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Key Employees Face Their Demons During Intense Executive Interventions

Specialists fly in to choreograph the confrontations that can spark change.

November 6, 2003
Related Topics: Substance Abuse, Compensation, Benefits

For employers, few decisions are more agonizing than figuring out how to deal with an employee who is hooked on drugs or alcohol or engaging in other self-destructive behaviors. On the one hand, compassion for the person and concern about the bottom line dictate immediate and decisive action. On the other, there often are feelings of embarrassment, concern about the boundaries of the employee-employer relationship, and fear of making legal, medical and psychological mistakes. Sadly, many of these situations reach muddled, contentious and even economically disastrous conclusions.

    Addressing this problem are specialists who arrange "executive interventions" for key employees. They fly into town, choreograph confrontations between addicted employees and their bosses and coworkers, and use many of the same techniques employed by families hoping to get their loved ones into treatment. Their services do not come cheap, and the process can be painful for all concerned, but both the fiscal and emotional returns on investment, they say, can be significant.

    Dr. Anderson Spickard Jr., an addiction-treatment specialist and director of the Center for Professional Health at Vanderbilt University Medical Center in Nashville, is an enthusiastic supporter of the practice. "The most powerful reason you can give a person to go for treatment is to keep their job," Spickard says. He adds that executive interventions have a much higher success rate than the more numerous interventions arranged by family or friends. He says that success, defined as the addict agreeing to seek help, occurs in about 50 percent of all interventions. The success rate for executive interventions when the boss is involved is about 75 percent.

    Bob Poznanovich, president and CEO of Addiction Intervention Resources, headquartered in St. Paul, says that this is the message he helps companies deliver: "We’re going to stand behind you while you get help. Get into recovery and stay there, and you’ll keep your job." He points out that it’s not a message that most businesspeople are equipped to deliver alone, and that in recent years the number of experts equipped to help employers has increased. While it would be an exaggeration to say that there is an executive-intervention industry, a Web search turns up at least a dozen sites of companies like AIR, plus sole practitioners who specialize in helping troubled employees face their addictions.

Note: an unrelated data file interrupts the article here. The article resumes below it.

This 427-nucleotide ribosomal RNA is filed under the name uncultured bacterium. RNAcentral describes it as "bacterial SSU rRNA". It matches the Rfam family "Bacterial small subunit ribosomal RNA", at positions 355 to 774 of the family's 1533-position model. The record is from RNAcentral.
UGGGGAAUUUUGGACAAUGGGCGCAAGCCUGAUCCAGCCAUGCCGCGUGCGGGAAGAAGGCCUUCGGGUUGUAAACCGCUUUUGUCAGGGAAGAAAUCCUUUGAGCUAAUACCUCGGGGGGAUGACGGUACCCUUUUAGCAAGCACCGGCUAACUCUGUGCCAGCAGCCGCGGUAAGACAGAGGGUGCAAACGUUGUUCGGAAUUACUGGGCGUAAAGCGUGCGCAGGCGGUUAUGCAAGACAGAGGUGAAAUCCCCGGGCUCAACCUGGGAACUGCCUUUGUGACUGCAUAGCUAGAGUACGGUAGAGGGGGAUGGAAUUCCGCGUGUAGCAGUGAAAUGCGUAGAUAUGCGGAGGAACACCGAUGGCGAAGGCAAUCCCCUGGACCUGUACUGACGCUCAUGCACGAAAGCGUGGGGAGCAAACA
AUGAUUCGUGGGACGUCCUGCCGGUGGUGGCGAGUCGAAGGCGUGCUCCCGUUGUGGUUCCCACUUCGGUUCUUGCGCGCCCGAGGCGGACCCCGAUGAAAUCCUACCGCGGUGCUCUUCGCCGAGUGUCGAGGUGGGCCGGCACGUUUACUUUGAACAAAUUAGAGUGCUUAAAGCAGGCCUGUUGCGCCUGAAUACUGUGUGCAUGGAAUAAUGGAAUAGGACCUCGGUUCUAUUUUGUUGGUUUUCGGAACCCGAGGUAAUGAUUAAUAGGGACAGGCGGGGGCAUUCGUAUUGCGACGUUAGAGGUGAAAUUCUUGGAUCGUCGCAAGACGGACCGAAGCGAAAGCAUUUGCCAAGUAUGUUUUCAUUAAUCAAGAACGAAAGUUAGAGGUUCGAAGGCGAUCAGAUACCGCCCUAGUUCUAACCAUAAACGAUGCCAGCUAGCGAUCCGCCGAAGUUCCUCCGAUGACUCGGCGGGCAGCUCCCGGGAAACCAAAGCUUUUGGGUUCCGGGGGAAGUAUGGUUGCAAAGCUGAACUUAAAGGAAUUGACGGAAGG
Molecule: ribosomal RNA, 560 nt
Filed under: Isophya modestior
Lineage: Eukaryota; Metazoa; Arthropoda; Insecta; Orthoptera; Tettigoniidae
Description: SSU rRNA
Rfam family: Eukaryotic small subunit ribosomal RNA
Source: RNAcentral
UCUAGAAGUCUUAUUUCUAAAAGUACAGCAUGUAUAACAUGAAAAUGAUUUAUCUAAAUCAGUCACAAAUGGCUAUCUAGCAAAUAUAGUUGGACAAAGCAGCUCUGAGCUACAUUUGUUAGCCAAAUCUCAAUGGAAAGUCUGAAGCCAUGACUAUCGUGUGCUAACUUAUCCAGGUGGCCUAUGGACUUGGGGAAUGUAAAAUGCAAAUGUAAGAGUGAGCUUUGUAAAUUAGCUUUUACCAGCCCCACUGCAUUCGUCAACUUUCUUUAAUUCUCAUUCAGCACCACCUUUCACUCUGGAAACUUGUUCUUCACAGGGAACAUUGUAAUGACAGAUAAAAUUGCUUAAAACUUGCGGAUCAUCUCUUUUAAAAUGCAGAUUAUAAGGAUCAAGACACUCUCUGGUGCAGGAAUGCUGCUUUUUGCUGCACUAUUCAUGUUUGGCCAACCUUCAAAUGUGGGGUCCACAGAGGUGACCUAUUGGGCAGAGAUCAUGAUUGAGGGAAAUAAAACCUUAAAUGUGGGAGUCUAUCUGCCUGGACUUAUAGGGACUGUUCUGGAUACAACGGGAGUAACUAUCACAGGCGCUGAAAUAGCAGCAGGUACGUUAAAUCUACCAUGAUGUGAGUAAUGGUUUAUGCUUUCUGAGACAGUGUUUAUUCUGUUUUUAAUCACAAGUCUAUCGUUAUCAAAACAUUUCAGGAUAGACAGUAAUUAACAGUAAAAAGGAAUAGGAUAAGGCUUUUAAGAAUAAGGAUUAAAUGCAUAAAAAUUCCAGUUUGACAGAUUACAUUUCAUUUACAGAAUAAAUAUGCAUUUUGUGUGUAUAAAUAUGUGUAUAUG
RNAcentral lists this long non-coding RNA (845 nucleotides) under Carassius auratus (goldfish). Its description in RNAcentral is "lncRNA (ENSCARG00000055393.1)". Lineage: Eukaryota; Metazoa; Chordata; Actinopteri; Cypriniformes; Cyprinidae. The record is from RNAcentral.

Although there is no standard professional qualification for "interventionists," as they call themselves, almost all are certified drug and alcohol counselors, a title that is earned by at least a year of college-level course work and 4,000 hours of practice under the supervision of a qualified mentor. A majority, like Poznanovich, are also recovering addicts themselves.

    That experience comes in handy, Poznanovich explains, because unenlightened companies can mishandle a substance-abuse problem. He recounts how he lost his job as a vice president for sales of a Fortune 200 company 12 years ago. He was a full-blown cocaine addict. "One day, they called me in and said I was fired. They never said it was for chemical dependency. I took my severance pay and used it to stay high for the next two years." Only after losing his fiancée, house and savings did he seek help.

"It often gets very emotional. The whole thing can last anywhere from two seconds to two hours."

    To convince workforce managers and other C-level executives who contact him that AIR’s industry-average fee of $5,000 plus expenses is a relative bargain, Poznanovich outlines the potential benefits of intervention to both employer and employee. He says that keeping a drug- or alcohol-impaired manager at his desk invariably means greatly decreased work output and quality and almost certain damage to his firm’s reputation when he exhibits intoxicated behavior in public. The other significant issue is the cost of peremptorily firing and then replacing the employee, an amount that can be several times his annual salary. Company expenses can ultimately include severance pay, a possible retaliatory lawsuit under the Americans with Disabilities Act, executive-search and training fees, and the loss of the fired addict’s valuable outside contacts and intra-company relationships. His estimate of the cost-to-benefit ratio is that one dollar spent on intervention and rehabilitation results in a savings of four dollars.